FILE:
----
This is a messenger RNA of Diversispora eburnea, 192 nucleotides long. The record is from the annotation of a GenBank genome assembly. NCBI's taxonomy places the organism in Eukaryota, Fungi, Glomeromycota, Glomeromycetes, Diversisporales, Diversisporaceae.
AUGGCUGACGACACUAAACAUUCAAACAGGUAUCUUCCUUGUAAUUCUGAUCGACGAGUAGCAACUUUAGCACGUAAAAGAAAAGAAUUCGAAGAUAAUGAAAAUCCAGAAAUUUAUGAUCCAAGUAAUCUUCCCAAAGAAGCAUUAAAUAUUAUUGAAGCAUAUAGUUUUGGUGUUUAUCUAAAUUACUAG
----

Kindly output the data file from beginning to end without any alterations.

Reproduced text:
This is a messenger RNA of Diversispora eburnea, 192 nucleotides long. The record is from the annotation of a GenBank genome assembly. NCBI's taxonomy places the organism in Eukaryota, Fungi, Glomeromycota, Glomeromycetes, Diversisporales, Diversisporaceae.
AUGGCUGACGACACUAAACAUUCAAACAGGUAUCUUCCUUGUAAUUCUGAUCGACGAGUAGCAACUUUAGCACGUAAAAGAAAAGAAUUCGAAGAUAAUGAAAAUCCAGAAAUUUAUGAUCCAAGUAAUCUUCCCAAAGAAGCAUUAAAUAUUAUUGAAGCAUAUAGUUUUGGUGUUUAUCUAAAUUACUAG